As well as absorbing information about this shifting environment, the Irish entrepreneurs focused on getting key points across to Brussels policymakers.

Most immediately, they highlighted the complexity and long timelines involved in accessing EU innovation supports. This was most clearly articulated by Dan Ryan, managing director of Co Cork cattle breeding technology company Reprodoc, who said that his business had given up on accessing European research funds. He said Reprodoc had put so much effort in a failed application that the combined value invested by all failed applicants could be expected to outweigh the benefit delivered to those who succeeded in the process.

European Commission officials acknowledged the difficulty and announced more accessible research programmes, such as one supporting regional “living laboratories” to study the management of agricultural soils with local partners. “There is a move away from previous models where research was linear, from researcher flowing through advisors to the farmers,” said Inga Van Oost of the European Commission’s agricultural administration.

She said there were now more and more projects funded in partnership with member states (pioneered in Ireland by the award-winning Burren Programme) with more autonomy to trickle funding to the local private sector.

More fundamentally, the Irish ag-tech executives in the room highlighted the gap between technologies already developed by their companies to address the challenges tackled by EU policy and their adoption across European agriculture.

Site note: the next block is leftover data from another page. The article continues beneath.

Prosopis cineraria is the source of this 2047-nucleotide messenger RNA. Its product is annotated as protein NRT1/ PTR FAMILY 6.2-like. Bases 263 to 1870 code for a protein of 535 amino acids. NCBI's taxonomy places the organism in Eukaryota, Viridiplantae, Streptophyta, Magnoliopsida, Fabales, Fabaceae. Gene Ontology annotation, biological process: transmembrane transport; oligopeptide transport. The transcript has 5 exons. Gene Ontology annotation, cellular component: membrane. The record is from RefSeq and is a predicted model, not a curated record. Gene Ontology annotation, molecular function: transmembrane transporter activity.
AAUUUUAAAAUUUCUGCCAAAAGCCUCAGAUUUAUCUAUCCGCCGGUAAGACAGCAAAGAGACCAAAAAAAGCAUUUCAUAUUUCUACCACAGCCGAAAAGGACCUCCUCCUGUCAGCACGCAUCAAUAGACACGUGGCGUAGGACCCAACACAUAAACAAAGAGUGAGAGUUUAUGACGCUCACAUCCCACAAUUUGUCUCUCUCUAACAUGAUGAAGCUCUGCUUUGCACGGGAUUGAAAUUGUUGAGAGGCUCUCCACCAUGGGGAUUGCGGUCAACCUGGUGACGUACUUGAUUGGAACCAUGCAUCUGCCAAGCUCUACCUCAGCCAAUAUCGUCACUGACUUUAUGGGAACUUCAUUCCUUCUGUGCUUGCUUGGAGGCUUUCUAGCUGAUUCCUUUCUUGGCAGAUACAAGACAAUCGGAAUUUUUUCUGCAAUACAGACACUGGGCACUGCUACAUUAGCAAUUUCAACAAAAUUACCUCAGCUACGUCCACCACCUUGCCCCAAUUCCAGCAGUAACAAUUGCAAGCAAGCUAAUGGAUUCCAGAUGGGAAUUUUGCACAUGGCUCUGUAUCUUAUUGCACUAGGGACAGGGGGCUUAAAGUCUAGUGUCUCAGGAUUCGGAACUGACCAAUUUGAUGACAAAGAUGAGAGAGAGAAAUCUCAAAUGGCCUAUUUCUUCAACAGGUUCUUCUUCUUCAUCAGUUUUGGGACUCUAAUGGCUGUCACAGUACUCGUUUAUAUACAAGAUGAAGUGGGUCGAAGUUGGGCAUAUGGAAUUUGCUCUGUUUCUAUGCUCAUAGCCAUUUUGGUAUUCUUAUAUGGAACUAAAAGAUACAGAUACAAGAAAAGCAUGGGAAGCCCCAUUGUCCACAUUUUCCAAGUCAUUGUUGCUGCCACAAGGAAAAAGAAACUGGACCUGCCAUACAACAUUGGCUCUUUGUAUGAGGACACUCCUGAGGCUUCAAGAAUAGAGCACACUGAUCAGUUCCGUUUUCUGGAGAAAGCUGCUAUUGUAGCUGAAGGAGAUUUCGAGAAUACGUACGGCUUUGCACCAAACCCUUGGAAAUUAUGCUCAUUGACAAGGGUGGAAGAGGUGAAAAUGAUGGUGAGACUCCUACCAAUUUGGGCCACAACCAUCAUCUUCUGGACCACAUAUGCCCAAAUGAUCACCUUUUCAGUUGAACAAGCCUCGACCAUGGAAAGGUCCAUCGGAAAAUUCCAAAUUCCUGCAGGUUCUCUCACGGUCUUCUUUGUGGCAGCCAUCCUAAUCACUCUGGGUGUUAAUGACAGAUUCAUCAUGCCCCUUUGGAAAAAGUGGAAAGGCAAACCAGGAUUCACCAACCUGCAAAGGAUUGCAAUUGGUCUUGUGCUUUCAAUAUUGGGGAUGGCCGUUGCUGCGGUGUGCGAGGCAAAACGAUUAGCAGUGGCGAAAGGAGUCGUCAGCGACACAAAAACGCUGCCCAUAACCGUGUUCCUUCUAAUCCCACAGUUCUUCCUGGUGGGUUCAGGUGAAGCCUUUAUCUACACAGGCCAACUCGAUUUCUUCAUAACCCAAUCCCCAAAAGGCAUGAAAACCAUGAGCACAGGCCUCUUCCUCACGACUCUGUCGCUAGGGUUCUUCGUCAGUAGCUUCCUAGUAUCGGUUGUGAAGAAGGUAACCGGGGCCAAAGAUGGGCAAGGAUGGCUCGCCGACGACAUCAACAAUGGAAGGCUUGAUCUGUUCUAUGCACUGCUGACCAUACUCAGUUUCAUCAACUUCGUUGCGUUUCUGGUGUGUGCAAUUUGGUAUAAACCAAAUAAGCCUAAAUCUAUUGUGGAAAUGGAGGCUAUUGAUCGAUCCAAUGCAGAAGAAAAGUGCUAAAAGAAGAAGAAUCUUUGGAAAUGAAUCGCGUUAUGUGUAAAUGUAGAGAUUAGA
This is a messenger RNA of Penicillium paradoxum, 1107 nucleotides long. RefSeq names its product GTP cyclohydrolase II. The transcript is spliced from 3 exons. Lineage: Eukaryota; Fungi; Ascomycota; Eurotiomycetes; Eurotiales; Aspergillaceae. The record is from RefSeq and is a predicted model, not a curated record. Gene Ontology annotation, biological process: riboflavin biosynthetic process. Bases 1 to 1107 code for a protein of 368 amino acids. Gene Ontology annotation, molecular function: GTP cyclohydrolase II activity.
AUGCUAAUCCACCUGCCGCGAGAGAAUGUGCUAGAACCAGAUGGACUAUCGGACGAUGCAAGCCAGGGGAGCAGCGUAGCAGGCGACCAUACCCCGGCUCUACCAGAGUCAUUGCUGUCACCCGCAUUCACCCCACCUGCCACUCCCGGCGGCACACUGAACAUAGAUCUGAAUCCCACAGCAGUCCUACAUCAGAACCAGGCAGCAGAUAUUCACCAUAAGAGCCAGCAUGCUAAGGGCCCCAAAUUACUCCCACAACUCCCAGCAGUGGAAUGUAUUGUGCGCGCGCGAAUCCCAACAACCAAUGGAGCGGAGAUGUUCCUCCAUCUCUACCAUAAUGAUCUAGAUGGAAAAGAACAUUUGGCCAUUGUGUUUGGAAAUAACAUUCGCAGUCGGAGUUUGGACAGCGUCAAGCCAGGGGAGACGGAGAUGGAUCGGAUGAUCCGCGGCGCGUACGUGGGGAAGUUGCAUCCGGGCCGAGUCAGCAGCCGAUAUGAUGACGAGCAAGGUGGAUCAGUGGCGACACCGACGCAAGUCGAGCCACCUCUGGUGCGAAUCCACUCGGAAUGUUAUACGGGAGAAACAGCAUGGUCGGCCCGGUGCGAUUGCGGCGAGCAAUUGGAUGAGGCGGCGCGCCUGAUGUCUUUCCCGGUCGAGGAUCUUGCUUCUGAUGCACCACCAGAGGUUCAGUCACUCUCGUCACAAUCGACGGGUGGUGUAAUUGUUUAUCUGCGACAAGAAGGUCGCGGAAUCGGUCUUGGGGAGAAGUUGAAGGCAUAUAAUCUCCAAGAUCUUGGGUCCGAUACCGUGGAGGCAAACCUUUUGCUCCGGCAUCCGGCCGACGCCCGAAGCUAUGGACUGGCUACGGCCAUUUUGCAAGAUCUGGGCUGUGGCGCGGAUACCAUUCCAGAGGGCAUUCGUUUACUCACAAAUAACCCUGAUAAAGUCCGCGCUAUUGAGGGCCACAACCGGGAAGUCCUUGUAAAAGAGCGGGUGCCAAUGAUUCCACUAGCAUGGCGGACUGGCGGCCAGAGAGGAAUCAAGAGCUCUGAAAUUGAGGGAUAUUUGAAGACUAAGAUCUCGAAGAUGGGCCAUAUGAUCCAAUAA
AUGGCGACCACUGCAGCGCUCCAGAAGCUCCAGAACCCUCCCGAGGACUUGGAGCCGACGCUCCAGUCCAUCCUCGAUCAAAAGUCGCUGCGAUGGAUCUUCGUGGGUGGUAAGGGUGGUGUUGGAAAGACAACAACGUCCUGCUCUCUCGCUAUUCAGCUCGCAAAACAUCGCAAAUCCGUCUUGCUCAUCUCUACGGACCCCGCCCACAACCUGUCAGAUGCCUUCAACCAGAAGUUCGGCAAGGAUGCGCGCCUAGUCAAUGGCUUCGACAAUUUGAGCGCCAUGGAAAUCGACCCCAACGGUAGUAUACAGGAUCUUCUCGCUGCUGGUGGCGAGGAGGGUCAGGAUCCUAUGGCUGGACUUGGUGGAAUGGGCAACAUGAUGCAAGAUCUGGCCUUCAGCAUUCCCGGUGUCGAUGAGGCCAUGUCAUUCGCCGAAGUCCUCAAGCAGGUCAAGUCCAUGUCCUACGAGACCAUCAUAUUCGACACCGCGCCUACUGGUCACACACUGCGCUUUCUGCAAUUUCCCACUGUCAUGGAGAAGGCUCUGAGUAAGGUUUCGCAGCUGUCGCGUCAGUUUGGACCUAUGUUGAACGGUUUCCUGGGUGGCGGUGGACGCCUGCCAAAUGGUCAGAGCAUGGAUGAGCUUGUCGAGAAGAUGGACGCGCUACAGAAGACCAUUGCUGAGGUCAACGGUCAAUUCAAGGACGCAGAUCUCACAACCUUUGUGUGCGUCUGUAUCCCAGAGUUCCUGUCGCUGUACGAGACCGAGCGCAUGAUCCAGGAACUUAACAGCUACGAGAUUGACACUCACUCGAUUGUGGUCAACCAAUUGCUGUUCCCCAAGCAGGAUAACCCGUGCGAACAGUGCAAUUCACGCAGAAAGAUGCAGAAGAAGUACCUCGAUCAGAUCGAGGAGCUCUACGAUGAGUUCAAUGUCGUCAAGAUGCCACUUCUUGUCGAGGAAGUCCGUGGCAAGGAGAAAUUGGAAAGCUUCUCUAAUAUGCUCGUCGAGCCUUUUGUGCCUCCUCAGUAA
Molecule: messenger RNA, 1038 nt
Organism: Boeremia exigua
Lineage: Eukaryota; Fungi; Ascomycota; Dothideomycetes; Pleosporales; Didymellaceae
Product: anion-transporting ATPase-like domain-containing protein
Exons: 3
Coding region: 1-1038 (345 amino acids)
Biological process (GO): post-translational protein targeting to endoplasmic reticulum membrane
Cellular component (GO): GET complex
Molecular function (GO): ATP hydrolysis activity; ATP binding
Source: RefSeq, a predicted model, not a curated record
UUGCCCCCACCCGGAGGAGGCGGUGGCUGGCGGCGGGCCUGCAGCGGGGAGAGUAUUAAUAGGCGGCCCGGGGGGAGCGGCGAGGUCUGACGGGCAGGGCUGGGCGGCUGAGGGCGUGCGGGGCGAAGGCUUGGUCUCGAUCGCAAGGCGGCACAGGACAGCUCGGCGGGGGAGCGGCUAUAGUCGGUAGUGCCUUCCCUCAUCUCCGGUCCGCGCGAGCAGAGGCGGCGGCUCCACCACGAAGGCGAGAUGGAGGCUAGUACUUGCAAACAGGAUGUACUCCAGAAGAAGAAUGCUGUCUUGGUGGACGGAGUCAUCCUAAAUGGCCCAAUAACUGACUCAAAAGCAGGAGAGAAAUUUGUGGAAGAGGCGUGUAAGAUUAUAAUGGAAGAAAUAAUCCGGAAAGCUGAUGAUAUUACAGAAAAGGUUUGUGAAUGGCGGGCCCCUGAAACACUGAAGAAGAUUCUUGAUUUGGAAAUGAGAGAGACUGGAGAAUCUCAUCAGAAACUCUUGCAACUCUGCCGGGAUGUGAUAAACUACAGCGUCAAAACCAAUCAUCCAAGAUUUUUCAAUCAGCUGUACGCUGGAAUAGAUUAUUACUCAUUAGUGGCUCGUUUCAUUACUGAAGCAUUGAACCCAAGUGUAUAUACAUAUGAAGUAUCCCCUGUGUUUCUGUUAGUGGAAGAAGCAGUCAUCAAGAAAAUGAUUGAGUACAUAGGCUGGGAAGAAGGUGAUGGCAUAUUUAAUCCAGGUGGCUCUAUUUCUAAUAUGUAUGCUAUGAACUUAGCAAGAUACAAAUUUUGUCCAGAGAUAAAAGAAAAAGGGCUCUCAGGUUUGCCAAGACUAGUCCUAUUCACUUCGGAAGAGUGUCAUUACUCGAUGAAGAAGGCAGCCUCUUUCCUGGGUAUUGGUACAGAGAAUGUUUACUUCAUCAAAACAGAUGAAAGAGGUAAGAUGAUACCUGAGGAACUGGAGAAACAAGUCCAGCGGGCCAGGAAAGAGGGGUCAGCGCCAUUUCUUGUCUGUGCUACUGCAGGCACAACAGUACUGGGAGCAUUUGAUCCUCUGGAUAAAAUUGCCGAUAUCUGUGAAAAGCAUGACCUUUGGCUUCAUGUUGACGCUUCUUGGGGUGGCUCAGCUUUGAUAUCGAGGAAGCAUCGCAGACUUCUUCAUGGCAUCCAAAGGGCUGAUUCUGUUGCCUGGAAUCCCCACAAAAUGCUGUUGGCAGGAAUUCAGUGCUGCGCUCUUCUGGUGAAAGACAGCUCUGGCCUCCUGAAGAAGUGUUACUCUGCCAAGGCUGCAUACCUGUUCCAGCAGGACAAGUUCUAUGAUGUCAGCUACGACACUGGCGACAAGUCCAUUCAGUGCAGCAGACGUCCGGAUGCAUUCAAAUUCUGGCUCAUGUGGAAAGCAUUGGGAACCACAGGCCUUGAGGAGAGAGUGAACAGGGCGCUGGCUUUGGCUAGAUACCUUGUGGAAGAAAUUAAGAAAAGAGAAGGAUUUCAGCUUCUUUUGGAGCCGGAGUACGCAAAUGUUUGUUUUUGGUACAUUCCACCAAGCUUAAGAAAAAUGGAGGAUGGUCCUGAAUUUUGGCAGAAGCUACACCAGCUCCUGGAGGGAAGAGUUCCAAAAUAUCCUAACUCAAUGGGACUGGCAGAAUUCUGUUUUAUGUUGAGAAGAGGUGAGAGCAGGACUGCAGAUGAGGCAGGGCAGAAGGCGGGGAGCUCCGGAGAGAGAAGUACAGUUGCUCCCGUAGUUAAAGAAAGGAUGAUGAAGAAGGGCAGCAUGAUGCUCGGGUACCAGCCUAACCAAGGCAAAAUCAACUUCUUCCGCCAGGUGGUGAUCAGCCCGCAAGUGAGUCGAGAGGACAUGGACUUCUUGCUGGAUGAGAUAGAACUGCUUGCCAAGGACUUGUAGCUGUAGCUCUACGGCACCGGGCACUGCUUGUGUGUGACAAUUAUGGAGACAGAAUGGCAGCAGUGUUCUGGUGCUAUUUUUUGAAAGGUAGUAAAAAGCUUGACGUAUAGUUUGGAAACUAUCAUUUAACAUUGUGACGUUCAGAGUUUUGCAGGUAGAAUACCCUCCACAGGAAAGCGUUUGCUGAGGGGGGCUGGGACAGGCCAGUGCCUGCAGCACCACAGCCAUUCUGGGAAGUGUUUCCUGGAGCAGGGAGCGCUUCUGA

“A lot of companies here are established for 10 or 15 years, they have a product ready to scale. They don’t have that opportunity because of the focus on start-ups,” Hennessy told officials, adding: “When we talk about helping companies to scale, it’s not from the point of view of the company, but of the farmers.”

Fabien Peyaud, chief executive of the Co Tipperary-based farm software company Herdwatch, explained that this was down to the fact that “B2F is not B2C nor B2B – farmers are businesses but they act like consumers, it’s one farm at a time”.

The Irish entrepreneurs were adamant that encouraging farmers to adopt the kind of technologies they have developed in a much more systematic way was in the EU’s interest. “To hit climate targets in the next five, 10 and 20 years, the Commission will have to be bolder,” Hennessy said.